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Let's say my application is up and running. I then go to my devices home screen. Navigate to Settings>>Applications>>ManageApplications, choose my application, and press Force stop.

Which Activity method will be called the next time I open the application? Before I am attacked for not checking myself, I have numerous Log statements in my onCreate, onStart and onResume methods but literally none of them are shown in LogCat when the application is re-opened.

If you know the answer to what state Force stop puts my Application to but the missing Log statements don't make sense, please share. I think there may be a different problem other than me missing where Force stop places my program.

Android Activity LifeCycle: enter image description here

onCreate()

public void onCreate(Bundle savedInstanceState) {
    Log.i( TAG, "Whats going onnnn0" );
    // This calls all inherited methods, as this is a subclass of Activity.
    super.onCreate(savedInstanceState);
    if(D) Log.e(TAG, "+++ ON CREATE +++");
    Log.i( TAG, "Whats going onnnn" );


    // Set the view the main.xml
    setContentView(R.layout.main);
    RelayAPIModel.bluetoothConnected = false;
    // Initialize the connection.
    setupConnection();
    Log.i( TAG, "Whats going onnnn2" );

    // Check how if bluetooth is enabled on this device.
    mService.checkBluetoothState();
    // Initialize stuff from PilotMain() method
    initMain();
    Log.i( TAG, "Whats going onnnn3" );
    // Add listeners to all of the buttons described in main.xml
    buildButtons();
    Log.i( "HERE", "HERE" );
    // If the adapter is null, then Bluetooth is not supported
    if (mService.getAdapter() == null) {
        Toast.makeText(this, R.string.toast_bt_not_avail, Toast.LENGTH_LONG).show();
        finish();
        return;
    }
    savedStuff = (SerializableObjects)LocalObjects.readObjectFromFile( getApplicationContext(), "LastDevice.txt" );
    if( savedStuff != null ) {
        hasLastDevice = true;
        Log.i( "HAS", "LAST DEVICE" );
        Log.i( "HAS", savedStuff.getName() );
    } else {
        hasLastDevice = false;
        Log.i( "HAS NO", "LAST DEVICE" );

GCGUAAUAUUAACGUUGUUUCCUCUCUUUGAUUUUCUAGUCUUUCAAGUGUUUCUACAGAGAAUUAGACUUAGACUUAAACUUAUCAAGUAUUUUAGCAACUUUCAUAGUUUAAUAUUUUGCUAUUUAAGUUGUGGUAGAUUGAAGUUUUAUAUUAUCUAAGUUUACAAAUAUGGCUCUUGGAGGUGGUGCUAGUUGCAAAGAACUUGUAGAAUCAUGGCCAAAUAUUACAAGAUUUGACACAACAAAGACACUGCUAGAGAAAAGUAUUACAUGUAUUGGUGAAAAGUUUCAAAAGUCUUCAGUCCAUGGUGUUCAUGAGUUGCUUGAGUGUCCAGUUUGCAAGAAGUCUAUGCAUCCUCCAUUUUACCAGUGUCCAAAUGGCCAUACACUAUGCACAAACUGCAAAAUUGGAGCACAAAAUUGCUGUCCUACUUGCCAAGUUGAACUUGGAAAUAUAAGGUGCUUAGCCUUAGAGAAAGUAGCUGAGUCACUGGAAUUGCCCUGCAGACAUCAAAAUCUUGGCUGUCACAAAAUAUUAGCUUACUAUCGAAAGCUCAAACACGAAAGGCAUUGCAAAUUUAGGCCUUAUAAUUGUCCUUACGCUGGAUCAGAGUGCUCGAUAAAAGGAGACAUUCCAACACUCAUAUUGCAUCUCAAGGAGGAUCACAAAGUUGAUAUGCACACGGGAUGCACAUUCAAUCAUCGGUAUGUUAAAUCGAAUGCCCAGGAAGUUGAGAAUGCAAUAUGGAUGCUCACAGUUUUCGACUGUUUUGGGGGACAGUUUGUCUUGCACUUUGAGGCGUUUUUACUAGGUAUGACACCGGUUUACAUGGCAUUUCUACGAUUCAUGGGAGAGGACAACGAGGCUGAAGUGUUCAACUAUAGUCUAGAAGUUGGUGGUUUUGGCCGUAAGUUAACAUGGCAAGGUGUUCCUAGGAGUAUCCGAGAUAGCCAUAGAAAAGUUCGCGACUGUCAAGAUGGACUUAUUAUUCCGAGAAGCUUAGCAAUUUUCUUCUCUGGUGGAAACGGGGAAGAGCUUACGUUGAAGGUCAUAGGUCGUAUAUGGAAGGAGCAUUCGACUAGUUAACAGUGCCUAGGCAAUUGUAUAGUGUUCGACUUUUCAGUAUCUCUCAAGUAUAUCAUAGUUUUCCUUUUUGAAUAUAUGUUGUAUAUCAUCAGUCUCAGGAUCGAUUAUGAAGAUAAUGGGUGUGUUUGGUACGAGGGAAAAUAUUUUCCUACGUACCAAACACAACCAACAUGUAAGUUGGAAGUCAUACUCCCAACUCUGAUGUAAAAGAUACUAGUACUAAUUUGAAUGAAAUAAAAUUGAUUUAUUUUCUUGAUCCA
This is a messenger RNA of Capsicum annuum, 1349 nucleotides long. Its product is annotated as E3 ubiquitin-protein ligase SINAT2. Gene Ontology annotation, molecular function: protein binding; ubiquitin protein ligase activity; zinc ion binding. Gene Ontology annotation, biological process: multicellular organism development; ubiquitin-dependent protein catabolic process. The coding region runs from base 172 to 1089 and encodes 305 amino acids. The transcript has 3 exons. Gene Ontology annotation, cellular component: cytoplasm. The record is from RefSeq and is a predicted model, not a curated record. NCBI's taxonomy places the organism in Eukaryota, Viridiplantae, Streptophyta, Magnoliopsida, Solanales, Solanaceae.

}

    pairedDeviceList = new ArrayList<BluetoothDevice>();
    pairedDevices = mService.getAdapter().getBondedDevices();

    for( BluetoothDevice device: pairedDevices ) {
        pairedDeviceList.add( device );
    }
    if( hasLastDevice ) {
        for( int i = 0; i < pairedDeviceList.size(); i++ ) {
            Log.i( "1 HERE HERE", pairedDeviceList.get( i ).getName() );
            Log.i( "1 HEUH?I@JD", savedStuff.getName() );
            if( pairedDeviceList.get( i ).getName().equals( savedStuff.getRealName() ) ) {
                // THIS IS THE DEVICE WE NEED
                previousDevice = pairedDeviceList.get( i );
                i = pairedDeviceList.size();
            }
        }
    }

} 

onStart()

public void onStart() {
    super.onStart();
    if(D) Log.e(TAG, "++ ON START ++");

    savedStuff = (SerializableObjects)LocalObjects.readObjectFromFile( getApplicationContext(), "LastDevice.txt" );
    if( savedStuff != null ) {
        hasLastDevice = true;
        Log.i( "HAS", "LAST DEVICE" );
        Log.i( "HAS", savedStuff.getName() );
    } else {
        hasLastDevice = false;
        Log.i( "HAS NO", "LAST DEVICE" );
    }

    pairedDeviceList = new ArrayList<BluetoothDevice>();
    pairedDevices = mService.getAdapter().getBondedDevices();

    for( BluetoothDevice device: pairedDevices ) {
        pairedDeviceList.add( device );
    }
    if( hasLastDevice ) {
        for( int i = 0; i < pairedDeviceList.size(); i++ ) {
            Log.i( "2 HERE HERE", pairedDeviceList.get( i ).getName() );
            Log.i( "2 HEUH?I@JD", savedStuff.getName() );
            if( pairedDeviceList.get( i ).getName().equals( savedStuff.getRealName() ) ) {